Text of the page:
Agate



a variegated chalcedony showing curved, colored bands or other markings.
a playing marble made of this substance, or of glass in imitation of it.
Printing. a 5½-point type of a size between pearl and nonpareil.
Compare (def 5).
Contemporary Examples

While agate could likely be acquired much more cheaply, aristocratic Romans were serious about their agate.
Spain’s New ‘Holy Grail’: Jesus Couldn’t Afford That Kind of Bling Candida Moss April 5, 2014

His press aide Mike Sitrick told me that the phone records released by agate “may be bogus.”
Ted Forstmann Lets Rip Charlie Gasparino October 18, 2010

Indeed, agate admitted in an April 2007 letter that he had been concocting lies and spreading false information about Teddy.
Irving Azoff Defends Ted Forstmann Irving Azoff October 25, 2010

And, like Teddy, I was approached by agate to do business with him.
Irving Azoff Defends Ted Forstmann Irving Azoff October 25, 2010

And that’s where Forstmann’s relationship with agate took a dangerous turn.
Ted Forstmann Lets Rip Charlie Gasparino October 18, 2010

Historical Examples

But still she thought either I or Lazarus was excited, and sent only an agate stew-pan, which I also filled.
Dwellers in Arcady Albert Bigelow Paine

Some of the bracelets are furnished with studs set with agate or coral.
The Journal of Negro History, Volume 6, 1921 Various

We were in great dismay, since there was no agate as raw material at hand.
Occultism and Common-Sense Beckles Willson

What was agate had slipped out to others as well as ourselves.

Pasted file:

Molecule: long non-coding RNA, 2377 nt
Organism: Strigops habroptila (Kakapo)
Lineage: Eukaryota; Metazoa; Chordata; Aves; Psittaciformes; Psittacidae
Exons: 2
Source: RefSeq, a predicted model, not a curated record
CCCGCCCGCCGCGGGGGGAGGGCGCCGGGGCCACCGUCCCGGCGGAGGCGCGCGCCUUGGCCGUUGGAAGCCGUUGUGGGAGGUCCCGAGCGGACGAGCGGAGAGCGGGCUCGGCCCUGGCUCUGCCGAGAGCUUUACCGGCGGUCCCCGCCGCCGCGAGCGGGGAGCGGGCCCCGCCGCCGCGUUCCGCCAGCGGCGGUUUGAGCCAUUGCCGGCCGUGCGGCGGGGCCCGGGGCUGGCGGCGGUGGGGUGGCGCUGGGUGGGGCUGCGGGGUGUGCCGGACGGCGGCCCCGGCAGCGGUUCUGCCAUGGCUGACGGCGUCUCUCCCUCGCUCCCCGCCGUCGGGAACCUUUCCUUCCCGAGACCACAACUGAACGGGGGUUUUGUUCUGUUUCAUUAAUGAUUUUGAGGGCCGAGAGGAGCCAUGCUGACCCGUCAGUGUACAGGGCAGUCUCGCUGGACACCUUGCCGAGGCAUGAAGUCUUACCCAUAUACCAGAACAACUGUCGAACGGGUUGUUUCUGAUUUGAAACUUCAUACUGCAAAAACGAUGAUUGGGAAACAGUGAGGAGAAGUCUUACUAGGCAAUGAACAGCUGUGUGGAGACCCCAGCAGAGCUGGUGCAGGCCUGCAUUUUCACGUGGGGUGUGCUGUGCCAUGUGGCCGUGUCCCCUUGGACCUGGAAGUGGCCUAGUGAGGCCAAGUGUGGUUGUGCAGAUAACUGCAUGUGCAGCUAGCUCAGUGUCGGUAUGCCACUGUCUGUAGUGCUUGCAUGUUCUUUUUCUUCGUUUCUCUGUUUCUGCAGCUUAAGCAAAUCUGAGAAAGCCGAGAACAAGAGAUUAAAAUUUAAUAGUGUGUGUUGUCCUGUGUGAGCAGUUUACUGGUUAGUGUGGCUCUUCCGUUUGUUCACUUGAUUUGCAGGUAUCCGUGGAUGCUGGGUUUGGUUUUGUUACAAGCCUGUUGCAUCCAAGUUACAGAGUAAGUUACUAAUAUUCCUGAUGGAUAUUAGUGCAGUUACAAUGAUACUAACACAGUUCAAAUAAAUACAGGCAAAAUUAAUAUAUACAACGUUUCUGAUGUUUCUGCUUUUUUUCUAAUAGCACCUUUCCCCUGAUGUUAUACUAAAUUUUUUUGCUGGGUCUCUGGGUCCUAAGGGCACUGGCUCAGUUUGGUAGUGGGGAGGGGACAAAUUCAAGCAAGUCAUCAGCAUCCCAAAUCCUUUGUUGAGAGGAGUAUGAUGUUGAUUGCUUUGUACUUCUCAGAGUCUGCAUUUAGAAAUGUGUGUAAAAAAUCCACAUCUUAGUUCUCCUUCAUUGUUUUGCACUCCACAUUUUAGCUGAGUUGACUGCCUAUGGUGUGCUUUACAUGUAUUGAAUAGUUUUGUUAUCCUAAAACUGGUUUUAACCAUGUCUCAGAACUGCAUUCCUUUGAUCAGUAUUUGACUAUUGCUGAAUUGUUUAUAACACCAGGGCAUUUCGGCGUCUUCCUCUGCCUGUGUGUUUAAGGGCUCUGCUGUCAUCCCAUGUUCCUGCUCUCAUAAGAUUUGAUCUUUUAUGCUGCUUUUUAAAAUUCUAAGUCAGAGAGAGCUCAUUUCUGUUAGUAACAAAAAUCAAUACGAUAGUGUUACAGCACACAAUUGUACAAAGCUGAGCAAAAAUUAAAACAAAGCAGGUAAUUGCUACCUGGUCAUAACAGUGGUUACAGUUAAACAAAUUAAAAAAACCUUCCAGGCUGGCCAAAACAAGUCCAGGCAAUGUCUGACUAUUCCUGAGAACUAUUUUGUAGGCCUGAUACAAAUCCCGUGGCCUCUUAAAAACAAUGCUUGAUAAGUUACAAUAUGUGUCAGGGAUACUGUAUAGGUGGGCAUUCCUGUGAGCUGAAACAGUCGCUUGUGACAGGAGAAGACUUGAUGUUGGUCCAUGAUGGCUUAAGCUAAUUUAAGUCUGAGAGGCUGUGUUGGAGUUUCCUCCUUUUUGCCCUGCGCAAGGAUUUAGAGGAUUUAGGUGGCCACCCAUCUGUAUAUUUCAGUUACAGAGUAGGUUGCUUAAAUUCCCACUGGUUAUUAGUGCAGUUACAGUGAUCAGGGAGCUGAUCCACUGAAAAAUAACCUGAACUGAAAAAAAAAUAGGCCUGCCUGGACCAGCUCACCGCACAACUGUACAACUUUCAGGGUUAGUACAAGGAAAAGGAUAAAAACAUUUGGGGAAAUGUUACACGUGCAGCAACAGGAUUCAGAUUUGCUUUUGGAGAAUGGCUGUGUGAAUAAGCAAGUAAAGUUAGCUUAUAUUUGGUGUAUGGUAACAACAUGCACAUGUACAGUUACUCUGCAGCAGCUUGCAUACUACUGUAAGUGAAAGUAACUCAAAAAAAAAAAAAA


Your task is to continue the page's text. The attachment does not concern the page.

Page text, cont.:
Johnny Ludlow, Third Series Mrs. Henry Wood

But look what it happens to be set in—the mixture of agate, silver, greenish and black quarries.
Stained Glass Work C. W. Whall

noun
an impure microcrystalline form of quartz consisting of a variegated, usually banded chalcedony, used as a gemstone and in making pestles and mortars, burnishers, and polishers. Formula: SiO2
a playing marble of this quartz or resembling it
(printing, US & Canadian) Also called ruby. (formerly) a size of printer’s type approximately equal to 51/2 point
adverb
(Northern English, dialect) on the way
noun
James (Evershed). 1877–1947, British theatre critic; drama critic for The Sunday Times (1923–47) and author of a nine-volume diary Ego (1935–49)
n.

1560s, from Middle French agathe (16c.), from Latin achates, from Greek akhates, the name of a river in Sicily where the stones were found (Pliny). But the river could as easily be named for the stone.

The earlier English form of the word, achate (early 13c.), was directly from Latin. Figurative sense of “a diminutive person” (c.1600) is from the now-obsolete meaning “small figures cut in agates for seals,” preserved in typographer’s agate (1838), the U.S. name of the 5.5-point font called in Great Britain ruby. Meaning “toy marble made of glass resembling agate” is from 1843 (colloquially called an aggie).
agate
(āg’ĭt)
A type of very fine-grained quartz found in various colors that are arranged in bands or in cloudy patterns. The bands form when water rich with silica enters empty spaces in rock, after which the silica comes out of solution and forms crystals, gradually filling the spaces from the outside inward. The different colors are the result of various impurities in the water.

(Heb. shebo), a precious stone in the breast-plate of the high priest (Ex. 28:19; 39:12), the second in the third row. This may be the agate properly so called, a semi-transparent crystallized quartz, probably brought from Sheba, whence its name. In Isa. 54:12 and Ezek. 27:16, this word is the rendering of the Hebrew cadcod, which means “ruddy,” and denotes a variety of minutely crystalline silica more or less in bands of different tints. This word is from the Greek name of a stone found in the river Achates in Sicily.

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